Ramadan is a joyous and unifying experience, a time of spiritual reflection, self-improvement, worship and heightened devotion.
However, the challenges posed by the holy month might feel insurmountable for many, particularly for those affected by mental health issues.
"Ramadan is a very festive, happy month. It teaches patience and detoxes your body. However, it's a very delicate period for people suffering from mental health issues such as eating disorders," says Sayyida Basma Al Said, founder of Whispers of Serenity, the first mental health clinic in Oman.
"During Ramadan, our eating habits and lifestyle change. We might feel depressed, we might feel anxious or might experience OCD (obsessive compulsive disorder). But up to what extent do we have it? That's the question you need to ask yourself. If it's balanced, it's OK. The moment you feel it's unbalanced and these feelings become recurrent, that's your red flag. That's the moment to seek help."
Having worked in the field for more than 20 years, Al Said is a pioneer and a champion of mental health accessibility. In 2014 she launched Not Alone, the first awareness campaign in the Sultanate of Oman aimed at shattering misconceptions surrounding mental health and facilitating access to support services.
"We all go through stresses in our life," she says. "It's not easy to acknowledge that we need help. I always appreciate all my clients because I think they're very brave and strong to come to someone they don't know at all and talk about their feelings."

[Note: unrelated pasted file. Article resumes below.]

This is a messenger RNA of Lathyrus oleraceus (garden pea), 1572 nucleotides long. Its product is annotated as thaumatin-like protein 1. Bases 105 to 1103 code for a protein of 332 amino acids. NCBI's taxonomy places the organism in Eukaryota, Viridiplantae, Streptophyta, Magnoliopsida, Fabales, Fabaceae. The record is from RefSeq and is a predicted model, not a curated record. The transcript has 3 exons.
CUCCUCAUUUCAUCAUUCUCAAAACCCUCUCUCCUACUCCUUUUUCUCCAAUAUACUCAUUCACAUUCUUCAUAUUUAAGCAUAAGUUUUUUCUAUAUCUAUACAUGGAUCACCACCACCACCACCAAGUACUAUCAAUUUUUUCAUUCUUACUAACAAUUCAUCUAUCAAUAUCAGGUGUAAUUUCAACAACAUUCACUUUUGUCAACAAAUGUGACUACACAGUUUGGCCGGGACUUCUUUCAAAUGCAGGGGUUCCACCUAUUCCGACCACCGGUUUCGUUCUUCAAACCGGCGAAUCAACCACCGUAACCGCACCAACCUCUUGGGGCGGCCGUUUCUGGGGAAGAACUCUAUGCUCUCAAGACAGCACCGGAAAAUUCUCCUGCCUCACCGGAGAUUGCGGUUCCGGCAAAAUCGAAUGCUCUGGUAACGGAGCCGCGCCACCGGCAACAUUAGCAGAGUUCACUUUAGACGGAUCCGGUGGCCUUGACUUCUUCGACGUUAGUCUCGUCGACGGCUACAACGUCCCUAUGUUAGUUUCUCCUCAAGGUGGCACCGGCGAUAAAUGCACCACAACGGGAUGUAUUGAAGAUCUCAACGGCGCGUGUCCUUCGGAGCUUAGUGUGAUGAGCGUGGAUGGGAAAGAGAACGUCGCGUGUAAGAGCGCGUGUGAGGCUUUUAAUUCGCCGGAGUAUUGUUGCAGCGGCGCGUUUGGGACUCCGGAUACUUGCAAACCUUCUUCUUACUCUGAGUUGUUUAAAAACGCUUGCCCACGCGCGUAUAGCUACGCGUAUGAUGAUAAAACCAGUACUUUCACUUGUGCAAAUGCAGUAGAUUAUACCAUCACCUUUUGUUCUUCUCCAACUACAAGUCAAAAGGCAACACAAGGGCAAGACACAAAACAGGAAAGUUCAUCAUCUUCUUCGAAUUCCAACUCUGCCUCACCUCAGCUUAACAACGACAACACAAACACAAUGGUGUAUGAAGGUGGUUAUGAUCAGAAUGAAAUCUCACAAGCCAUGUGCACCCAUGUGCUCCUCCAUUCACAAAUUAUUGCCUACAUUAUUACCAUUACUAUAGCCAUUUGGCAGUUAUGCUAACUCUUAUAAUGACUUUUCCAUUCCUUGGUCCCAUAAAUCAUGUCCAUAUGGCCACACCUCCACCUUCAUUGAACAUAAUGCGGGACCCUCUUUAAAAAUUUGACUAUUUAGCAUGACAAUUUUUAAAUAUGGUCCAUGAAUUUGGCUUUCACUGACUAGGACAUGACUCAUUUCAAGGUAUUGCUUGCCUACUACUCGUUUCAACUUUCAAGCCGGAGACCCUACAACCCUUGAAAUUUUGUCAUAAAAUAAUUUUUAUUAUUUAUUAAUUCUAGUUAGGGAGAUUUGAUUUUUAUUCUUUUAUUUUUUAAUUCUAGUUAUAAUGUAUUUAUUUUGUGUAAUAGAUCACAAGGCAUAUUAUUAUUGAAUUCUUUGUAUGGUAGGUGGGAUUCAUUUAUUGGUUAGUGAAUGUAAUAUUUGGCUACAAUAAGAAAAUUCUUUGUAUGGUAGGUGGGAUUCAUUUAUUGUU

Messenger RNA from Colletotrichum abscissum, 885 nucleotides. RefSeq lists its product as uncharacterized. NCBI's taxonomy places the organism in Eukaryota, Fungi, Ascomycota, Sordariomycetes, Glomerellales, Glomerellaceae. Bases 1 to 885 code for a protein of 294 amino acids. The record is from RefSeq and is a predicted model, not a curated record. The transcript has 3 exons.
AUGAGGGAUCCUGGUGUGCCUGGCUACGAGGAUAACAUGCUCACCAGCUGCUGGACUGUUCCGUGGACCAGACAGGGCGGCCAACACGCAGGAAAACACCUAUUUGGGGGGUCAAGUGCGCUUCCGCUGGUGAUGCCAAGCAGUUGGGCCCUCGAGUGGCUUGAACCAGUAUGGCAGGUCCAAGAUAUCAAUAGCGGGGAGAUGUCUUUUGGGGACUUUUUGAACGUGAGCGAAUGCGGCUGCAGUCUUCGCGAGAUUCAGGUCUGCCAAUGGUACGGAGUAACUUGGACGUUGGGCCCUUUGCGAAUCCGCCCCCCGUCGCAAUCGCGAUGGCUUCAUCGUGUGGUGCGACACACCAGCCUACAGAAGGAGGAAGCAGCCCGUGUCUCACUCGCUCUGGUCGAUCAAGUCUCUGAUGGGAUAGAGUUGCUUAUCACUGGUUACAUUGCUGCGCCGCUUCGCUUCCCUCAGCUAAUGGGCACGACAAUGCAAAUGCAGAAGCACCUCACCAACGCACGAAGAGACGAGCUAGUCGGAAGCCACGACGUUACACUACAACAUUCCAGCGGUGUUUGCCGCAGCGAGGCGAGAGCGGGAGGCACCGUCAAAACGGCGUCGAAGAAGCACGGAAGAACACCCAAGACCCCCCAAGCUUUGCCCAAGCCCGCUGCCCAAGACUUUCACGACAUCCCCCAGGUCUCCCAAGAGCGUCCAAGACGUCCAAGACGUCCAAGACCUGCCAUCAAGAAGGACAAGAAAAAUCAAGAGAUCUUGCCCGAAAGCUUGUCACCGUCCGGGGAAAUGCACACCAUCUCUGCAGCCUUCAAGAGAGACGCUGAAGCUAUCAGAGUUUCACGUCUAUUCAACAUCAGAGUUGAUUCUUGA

The first step towards healing is acknowledging something is wrong, Al Said says.
"The second step is booking a session. The third is getting to the clinic. By the time they've arrived, they have already done a whole bit of getting better.
"So, if you don't feel like yourself any more, please don't leave it until it's too late, especially in times like this."
According to the World Health Organisation, mental health conditions are increasing worldwide. Between 10 and 20 per cent of the world’s children and adolescents have a mental health condition, with suicide the second leading cause of death among 15 to 29 year olds.
Two of the most common mental health conditions, depression and anxiety, cost the global economy $1 trillion each year. Despite these figures, the global median of government health expenditure that goes towards mental health is less than 2 per cent, according to a 2019 report published in The Lancet.
"It's sad because we've been talking about this for years," Al Said says. "It took us a pandemic to understand the importance of looking after our mental health and prioritise our mental wellbeing over our careers, our ambitions, our constant desire for more."
In the wake of the pandemic, Whispers of Serenity set up hotlines to support people of all ages. It also launched a new campaign, Pause, Breathe and Choose, to support health professionals with increased stress, anxiety and fear. The clinic is also developing a project with the country's Ministry of Education aimed at supporting children's mental health as "it's never too early to take care of our mental wellbeing", Al Said says.
"If anything, Covid has taught us to think outside the box, appreciate things more, be more mindful, more thankful and to work together. Exactly in the spirit of Ramadan."